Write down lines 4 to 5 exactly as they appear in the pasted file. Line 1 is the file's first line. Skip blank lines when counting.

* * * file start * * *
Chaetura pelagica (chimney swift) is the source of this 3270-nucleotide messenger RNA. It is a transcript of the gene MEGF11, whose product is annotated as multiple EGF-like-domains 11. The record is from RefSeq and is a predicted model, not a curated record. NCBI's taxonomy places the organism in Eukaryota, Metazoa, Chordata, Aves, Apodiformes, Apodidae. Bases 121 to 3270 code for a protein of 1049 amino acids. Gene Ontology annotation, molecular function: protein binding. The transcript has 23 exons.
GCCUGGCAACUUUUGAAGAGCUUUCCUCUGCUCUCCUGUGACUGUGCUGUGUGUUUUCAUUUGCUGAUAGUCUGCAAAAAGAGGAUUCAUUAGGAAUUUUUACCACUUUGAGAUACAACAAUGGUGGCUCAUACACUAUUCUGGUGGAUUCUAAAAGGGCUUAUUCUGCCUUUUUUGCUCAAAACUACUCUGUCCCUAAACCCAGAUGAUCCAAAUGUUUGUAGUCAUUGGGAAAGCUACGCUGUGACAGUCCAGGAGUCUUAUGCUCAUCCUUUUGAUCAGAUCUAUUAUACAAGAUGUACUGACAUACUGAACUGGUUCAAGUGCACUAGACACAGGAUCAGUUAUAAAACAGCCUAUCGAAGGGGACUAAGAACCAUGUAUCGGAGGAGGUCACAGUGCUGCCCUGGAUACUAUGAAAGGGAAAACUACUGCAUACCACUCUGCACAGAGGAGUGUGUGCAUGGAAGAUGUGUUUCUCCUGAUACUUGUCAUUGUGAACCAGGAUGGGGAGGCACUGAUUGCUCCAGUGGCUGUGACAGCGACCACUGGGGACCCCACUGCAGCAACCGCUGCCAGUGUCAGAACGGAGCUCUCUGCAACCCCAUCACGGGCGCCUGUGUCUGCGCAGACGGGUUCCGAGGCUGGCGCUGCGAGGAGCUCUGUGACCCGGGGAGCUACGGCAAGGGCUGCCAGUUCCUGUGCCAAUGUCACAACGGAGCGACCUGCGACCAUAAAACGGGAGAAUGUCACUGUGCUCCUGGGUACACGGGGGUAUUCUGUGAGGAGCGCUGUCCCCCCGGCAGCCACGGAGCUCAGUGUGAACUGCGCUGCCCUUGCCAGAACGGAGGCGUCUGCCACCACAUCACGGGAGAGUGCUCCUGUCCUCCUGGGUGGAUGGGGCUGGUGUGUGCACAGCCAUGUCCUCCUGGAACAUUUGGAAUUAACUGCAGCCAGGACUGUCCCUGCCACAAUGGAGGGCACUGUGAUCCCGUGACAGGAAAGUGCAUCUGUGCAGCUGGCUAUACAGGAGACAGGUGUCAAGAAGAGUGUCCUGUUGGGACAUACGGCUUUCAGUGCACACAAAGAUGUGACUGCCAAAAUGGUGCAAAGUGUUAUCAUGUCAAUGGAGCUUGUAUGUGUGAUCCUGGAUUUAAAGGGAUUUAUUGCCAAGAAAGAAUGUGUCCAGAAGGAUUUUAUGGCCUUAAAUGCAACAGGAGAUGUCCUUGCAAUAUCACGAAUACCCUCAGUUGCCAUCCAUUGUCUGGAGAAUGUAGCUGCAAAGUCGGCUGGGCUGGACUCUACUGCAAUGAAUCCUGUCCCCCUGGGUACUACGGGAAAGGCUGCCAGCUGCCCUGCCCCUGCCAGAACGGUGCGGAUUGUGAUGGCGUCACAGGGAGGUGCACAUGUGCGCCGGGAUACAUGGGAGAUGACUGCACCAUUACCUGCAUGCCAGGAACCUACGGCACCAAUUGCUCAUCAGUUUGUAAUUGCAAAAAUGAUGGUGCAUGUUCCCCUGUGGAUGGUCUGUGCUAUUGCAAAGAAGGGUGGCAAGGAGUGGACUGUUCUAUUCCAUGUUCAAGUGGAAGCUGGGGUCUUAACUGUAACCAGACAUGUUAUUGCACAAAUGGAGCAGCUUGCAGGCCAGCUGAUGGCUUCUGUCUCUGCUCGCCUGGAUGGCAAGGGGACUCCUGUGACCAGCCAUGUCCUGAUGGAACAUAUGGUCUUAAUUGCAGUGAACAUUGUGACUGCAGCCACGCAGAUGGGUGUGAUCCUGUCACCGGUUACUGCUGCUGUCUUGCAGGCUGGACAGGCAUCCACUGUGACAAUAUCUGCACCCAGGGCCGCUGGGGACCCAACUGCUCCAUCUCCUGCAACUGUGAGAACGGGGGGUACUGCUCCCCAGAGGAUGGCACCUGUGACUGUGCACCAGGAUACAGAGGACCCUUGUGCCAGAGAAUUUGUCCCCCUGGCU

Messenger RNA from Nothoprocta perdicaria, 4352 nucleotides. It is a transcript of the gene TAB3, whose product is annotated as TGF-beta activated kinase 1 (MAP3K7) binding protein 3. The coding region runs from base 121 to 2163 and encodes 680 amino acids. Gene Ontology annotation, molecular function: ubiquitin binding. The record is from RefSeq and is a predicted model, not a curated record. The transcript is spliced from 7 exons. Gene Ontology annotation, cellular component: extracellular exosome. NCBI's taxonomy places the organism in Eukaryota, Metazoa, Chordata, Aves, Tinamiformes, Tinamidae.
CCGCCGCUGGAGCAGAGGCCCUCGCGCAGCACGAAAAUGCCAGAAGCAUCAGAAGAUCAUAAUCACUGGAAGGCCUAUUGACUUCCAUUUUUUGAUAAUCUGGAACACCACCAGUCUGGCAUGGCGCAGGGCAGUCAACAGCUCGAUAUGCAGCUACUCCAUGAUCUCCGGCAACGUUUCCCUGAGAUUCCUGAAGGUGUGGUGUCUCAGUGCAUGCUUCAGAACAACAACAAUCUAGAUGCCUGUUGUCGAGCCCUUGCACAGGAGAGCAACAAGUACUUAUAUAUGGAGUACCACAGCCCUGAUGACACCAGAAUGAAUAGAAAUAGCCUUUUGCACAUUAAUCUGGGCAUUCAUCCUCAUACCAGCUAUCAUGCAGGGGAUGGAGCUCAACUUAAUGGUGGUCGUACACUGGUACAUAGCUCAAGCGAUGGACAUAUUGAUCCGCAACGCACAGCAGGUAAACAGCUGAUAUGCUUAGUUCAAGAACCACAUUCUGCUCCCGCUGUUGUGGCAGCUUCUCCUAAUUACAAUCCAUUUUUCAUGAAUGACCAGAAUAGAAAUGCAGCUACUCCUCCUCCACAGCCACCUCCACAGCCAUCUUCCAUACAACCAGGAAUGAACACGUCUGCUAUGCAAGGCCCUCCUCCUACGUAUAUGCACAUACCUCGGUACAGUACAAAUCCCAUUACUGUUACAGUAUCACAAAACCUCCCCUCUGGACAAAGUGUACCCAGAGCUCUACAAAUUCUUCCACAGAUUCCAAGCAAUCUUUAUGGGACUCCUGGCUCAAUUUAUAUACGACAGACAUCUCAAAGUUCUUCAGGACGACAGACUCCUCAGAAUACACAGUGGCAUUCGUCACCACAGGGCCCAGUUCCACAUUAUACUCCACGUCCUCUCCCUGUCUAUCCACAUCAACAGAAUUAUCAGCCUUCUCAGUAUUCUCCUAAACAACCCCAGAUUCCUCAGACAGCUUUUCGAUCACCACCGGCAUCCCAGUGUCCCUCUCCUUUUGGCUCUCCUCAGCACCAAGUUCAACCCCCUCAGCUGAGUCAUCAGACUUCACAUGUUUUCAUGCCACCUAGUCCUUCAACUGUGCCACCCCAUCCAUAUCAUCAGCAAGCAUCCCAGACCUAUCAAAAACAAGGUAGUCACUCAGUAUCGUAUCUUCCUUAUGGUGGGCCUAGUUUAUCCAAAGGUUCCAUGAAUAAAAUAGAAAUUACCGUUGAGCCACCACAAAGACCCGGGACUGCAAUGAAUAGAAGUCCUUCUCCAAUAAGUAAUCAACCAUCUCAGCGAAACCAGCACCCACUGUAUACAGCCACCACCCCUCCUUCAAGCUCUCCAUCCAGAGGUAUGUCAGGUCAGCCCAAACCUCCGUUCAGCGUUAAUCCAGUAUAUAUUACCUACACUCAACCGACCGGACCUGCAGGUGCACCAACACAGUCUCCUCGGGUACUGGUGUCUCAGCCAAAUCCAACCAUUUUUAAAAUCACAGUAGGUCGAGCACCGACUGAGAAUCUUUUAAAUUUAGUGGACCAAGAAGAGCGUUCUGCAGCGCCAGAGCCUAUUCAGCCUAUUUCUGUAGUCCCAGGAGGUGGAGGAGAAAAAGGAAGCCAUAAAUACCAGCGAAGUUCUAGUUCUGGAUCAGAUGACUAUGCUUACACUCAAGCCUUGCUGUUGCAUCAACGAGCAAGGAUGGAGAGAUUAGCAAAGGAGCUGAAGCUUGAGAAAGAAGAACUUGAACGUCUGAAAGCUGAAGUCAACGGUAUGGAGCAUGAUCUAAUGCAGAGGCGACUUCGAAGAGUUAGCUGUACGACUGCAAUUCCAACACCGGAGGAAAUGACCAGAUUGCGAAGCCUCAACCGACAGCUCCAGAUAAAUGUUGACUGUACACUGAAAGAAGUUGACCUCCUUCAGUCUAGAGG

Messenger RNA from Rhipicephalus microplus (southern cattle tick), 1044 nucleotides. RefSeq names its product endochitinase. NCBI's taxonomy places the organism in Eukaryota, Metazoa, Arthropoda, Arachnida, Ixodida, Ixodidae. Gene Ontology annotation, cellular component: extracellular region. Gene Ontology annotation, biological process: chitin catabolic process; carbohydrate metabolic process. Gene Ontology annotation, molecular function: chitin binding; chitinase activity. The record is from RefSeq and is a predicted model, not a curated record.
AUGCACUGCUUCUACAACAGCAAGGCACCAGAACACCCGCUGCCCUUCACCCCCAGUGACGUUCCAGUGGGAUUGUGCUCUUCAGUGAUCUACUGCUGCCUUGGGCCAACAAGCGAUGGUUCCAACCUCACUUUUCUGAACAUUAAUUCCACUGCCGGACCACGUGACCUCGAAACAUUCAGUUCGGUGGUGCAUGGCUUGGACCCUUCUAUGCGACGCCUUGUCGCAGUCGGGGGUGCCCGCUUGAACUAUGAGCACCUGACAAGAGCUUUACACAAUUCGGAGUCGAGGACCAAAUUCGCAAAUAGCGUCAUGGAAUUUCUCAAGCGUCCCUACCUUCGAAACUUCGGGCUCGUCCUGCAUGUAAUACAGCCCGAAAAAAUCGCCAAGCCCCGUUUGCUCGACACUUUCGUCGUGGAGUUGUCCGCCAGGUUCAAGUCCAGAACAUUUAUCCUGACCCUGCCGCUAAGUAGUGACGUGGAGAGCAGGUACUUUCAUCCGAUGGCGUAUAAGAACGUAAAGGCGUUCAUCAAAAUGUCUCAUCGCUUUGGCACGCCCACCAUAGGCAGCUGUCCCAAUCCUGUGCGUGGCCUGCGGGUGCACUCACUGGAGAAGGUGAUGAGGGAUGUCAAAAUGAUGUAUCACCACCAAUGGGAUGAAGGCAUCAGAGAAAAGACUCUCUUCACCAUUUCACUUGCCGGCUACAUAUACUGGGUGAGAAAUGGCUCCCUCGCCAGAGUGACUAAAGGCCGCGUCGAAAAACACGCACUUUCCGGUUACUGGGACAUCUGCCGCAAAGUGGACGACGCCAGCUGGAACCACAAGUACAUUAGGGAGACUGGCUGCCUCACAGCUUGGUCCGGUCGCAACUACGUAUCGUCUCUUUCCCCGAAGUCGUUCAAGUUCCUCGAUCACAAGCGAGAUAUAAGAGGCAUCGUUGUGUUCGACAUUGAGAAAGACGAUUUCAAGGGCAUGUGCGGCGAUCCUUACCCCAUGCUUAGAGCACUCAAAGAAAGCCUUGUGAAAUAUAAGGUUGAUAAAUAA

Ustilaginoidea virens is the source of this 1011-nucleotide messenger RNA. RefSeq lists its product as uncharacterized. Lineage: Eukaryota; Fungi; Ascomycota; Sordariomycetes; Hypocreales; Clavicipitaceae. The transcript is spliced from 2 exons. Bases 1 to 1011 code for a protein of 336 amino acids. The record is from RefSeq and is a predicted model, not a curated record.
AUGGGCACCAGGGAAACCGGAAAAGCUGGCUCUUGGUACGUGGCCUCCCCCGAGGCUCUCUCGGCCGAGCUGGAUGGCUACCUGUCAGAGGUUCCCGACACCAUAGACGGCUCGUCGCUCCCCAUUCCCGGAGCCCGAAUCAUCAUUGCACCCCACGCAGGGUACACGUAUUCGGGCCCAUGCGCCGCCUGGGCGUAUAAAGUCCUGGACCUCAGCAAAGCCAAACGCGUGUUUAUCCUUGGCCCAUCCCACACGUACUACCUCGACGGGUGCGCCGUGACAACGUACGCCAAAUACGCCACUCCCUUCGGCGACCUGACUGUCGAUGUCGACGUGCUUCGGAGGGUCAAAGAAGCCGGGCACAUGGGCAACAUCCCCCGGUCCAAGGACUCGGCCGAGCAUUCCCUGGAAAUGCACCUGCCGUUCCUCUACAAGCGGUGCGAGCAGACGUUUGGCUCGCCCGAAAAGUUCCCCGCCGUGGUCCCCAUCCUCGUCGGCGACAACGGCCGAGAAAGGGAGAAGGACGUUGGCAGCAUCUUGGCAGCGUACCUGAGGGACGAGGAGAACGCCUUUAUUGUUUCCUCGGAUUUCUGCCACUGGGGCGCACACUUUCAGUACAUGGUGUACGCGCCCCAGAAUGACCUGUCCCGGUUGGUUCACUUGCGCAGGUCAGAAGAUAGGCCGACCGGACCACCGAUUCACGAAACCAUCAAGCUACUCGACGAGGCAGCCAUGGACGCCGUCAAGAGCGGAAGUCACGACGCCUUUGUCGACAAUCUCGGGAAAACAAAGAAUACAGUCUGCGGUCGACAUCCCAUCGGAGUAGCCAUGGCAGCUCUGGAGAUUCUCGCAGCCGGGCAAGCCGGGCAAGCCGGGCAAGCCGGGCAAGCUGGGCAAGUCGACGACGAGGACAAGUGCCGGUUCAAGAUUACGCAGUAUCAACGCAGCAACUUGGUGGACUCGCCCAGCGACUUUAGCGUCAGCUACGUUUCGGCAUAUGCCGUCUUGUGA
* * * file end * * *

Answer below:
CCGCCGCUGGAGCAGAGGCCCUCGCGCAGCACGAAAAUGCCAGAAGCAUCAGAAGAUCAUAAUCACUGGAAGGCCUAUUGACUUCCAUUUUUUGAUAAUCUGGAACACCACCAGUCUGGCAUGGCGCAGGGCAGUCAACAGCUCGAUAUGCAGCUACUCCAUGAUCUCCGGCAACGUUUCCCUGAGAUUCCUGAAGGUGUGGUGUCUCAGUGCAUGCUUCAGAACAACAACAAUCUAGAUGCCUGUUGUCGAGCCCUUGCACAGGAGAGCAACAAGUACUUAUAUAUGGAGUACCACAGCCCUGAUGACACCAGAAUGAAUAGAAAUAGCCUUUUGCACAUUAAUCUGGGCAUUCAUCCUCAUACCAGCUAUCAUGCAGGGGAUGGAGCUCAACUUAAUGGUGGUCGUACACUGGUACAUAGCUCAAGCGAUGGACAUAUUGAUCCGCAACGCACAGCAGGUAAACAGCUGAUAUGCUUAGUUCAAGAACCACAUUCUGCUCCCGCUGUUGUGGCAGCUUCUCCUAAUUACAAUCCAUUUUUCAUGAAUGACCAGAAUAGAAAUGCAGCUACUCCUCCUCCACAGCCACCUCCACAGCCAUCUUCCAUACAACCAGGAAUGAACACGUCUGCUAUGCAAGGCCCUCCUCCUACGUAUAUGCACAUACCUCGGUACAGUACAAAUCCCAUUACUGUUACAGUAUCACAAAACCUCCCCUCUGGACAAAGUGUACCCAGAGCUCUACAAAUUCUUCCACAGAUUCCAAGCAAUCUUUAUGGGACUCCUGGCUCAAUUUAUAUACGACAGACAUCUCAAAGUUCUUCAGGACGACAGACUCCUCAGAAUACACAGUGGCAUUCGUCACCACAGGGCCCAGUUCCACAUUAUACUCCACGUCCUCUCCCUGUCUAUCCACAUCAACAGAAUUAUCAGCCUUCUCAGUAUUCUCCUAAACAACCCCAGAUUCCUCAGACAGCUUUUCGAUCACCACCGGCAUCCCAGUGUCCCUCUCCUUUUGGCUCUCCUCAGCACCAAGUUCAACCCCCUCAGCUGAGUCAUCAGACUUCACAUGUUUUCAUGCCACCUAGUCCUUCAACUGUGCCACCCCAUCCAUAUCAUCAGCAAGCAUCCCAGACCUAUCAAAAACAAGGUAGUCACUCAGUAUCGUAUCUUCCUUAUGGUGGGCCUAGUUUAUCCAAAGGUUCCAUGAAUAAAAUAGAAAUUACCGUUGAGCCACCACAAAGACCCGGGACUGCAAUGAAUAGAAGUCCUUCUCCAAUAAGUAAUCAACCAUCUCAGCGAAACCAGCACCCACUGUAUACAGCCACCACCCCUCCUUCAAGCUCUCCAUCCAGAGGUAUGUCAGGUCAGCCCAAACCUCCGUUCAGCGUUAAUCCAGUAUAUAUUACCUACACUCAACCGACCGGACCUGCAGGUGCACCAACACAGUCUCCUCGGGUACUGGUGUCUCAGCCAAAUCCAACCAUUUUUAAAAUCACAGUAGGUCGAGCACCGACUGAGAAUCUUUUAAAUUUAGUGGACCAAGAAGAGCGUUCUGCAGCGCCAGAGCCUAUUCAGCCUAUUUCUGUAGUCCCAGGAGGUGGAGGAGAAAAAGGAAGCCAUAAAUACCAGCGAAGUUCUAGUUCUGGAUCAGAUGACUAUGCUUACACUCAAGCCUUGCUGUUGCAUCAACGAGCAAGGAUGGAGAGAUUAGCAAAGGAGCUGAAGCUUGAGAAAGAAGAACUUGAACGUCUGAAAGCUGAAGUCAACGGUAUGGAGCAUGAUCUAAUGCAGAGGCGACUUCGAAGAGUUAGCUGUACGACUGCAAUUCCAACACCGGAGGAAAUGACCAGAUUGCGAAGCCUCAACCGACAGCUCCAGAUAAAUGUUGACUGUACACUGAAAGAAGUUGACCUCCUUCAGUCUAGAGG

Messenger RNA from Rhipicephalus microplus (southern cattle tick), 1044 nucleotides. RefSeq names its product endochitinase. NCBI's taxonomy places the organism in Eukaryota, Metazoa, Arthropoda, Arachnida, Ixodida, Ixodidae. Gene Ontology annotation, cellular component: extracellular region. Gene Ontology annotation, biological process: chitin catabolic process; carbohydrate metabolic process. Gene Ontology annotation, molecular function: chitin binding; chitinase activity. The record is from RefSeq and is a predicted model, not a curated record.